Video: How to Destroy a Boat
January 15, 2020
On July 11, 2011, I got to witness the demolition of the Miss China, a 67-foot former commercial fishing boat with an interesting history. In 2010 the disabled wood-hulled former shrimper was being used as the floating home of Nantucket scalloper Joe Dooley and his 4 dogs, until it broke free of its mooring in Nantucket Harbor in a December gale and grounded in front of Brant Point Light.
Since Dooley apparently didn’t have the funds to pay for the removal of the ship, the town of Nantucket took possession of the vessel and paid Fairhaven, Massachusetts-based Tucker Roy Marine Towing and Salvage to tow the ship to New Bedford. The Miss China sat on a mooring in New Bedford Harbor for the next 7 months while any fuel, oil and pollutants, along with salvageable rigging and other items, were removed the ship.
In mid-July the 180-ton Miss China was towed to Fairhaven Shipyard, where it was lifted from the water on a 400-ton TraveLift and lowered into a hopper barge. Once the ship was secured with boat stands, the barge was moved via tug to a location just north of the Rte. 6 swing bridge on the New Bedford side of the harbor.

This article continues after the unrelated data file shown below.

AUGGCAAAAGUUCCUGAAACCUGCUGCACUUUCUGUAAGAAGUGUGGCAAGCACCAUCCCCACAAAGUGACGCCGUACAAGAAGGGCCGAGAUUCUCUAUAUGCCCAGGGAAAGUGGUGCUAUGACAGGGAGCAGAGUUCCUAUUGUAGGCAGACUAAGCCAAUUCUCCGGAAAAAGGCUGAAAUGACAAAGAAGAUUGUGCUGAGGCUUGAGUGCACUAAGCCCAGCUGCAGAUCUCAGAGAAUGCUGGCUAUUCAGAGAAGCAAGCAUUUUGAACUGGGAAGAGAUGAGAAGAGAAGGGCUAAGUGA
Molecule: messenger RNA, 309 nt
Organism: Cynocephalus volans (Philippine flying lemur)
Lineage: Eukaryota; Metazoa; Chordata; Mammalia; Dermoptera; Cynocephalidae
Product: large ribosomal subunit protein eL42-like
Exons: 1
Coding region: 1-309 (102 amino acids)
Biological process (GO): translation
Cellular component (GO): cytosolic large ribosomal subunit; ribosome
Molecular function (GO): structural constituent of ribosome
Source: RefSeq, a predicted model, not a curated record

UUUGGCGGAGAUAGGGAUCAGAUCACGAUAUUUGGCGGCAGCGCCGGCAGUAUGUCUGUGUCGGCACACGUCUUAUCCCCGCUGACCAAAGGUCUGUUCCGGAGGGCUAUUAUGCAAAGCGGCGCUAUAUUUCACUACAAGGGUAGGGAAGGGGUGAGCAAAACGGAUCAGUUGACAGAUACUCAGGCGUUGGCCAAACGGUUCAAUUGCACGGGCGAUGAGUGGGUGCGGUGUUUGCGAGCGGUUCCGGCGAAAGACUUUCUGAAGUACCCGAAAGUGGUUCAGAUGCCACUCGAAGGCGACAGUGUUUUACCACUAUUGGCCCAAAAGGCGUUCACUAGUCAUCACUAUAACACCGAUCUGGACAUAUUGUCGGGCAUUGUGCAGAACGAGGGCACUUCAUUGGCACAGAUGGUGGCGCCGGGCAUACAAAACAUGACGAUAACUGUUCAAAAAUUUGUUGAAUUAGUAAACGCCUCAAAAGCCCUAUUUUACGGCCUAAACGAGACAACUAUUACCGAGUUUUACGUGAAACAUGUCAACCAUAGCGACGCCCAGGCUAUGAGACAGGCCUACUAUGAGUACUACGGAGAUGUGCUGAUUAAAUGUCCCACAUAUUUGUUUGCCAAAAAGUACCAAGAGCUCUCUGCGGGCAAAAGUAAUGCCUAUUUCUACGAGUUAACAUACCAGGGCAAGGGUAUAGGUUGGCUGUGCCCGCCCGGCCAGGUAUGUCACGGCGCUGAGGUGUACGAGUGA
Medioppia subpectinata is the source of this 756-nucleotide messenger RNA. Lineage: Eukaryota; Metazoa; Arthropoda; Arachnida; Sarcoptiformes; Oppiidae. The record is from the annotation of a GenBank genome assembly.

The next day I visited the site and watched as Johnny Roy expertly dismantled the ship with the excavator equipped with a massive pair of hydraulic shears, assisted by his older brother, Conrad Jr. While I’ve seen numerous boats being constructed, this was the first time I’d witnessed the “de-construction” of a vessel. Roy was amazingly skillful, carefully ripping open the side of the ship and plucking fuel tanks, a generator and even the ship’s wheel with the shears.
It was all very interesting, although I have to admit to feeling a twinge of sadness as the Miss China was reduced to scraps of lumber in a matter of hours. After all, a boat is more than just the sum of its parts—it contains the experiences and memories of those who crewed aboard the vessel, as well as storms endured and various ports of call.
Then again, maybe it was just an old rustbucket that smelled of dog.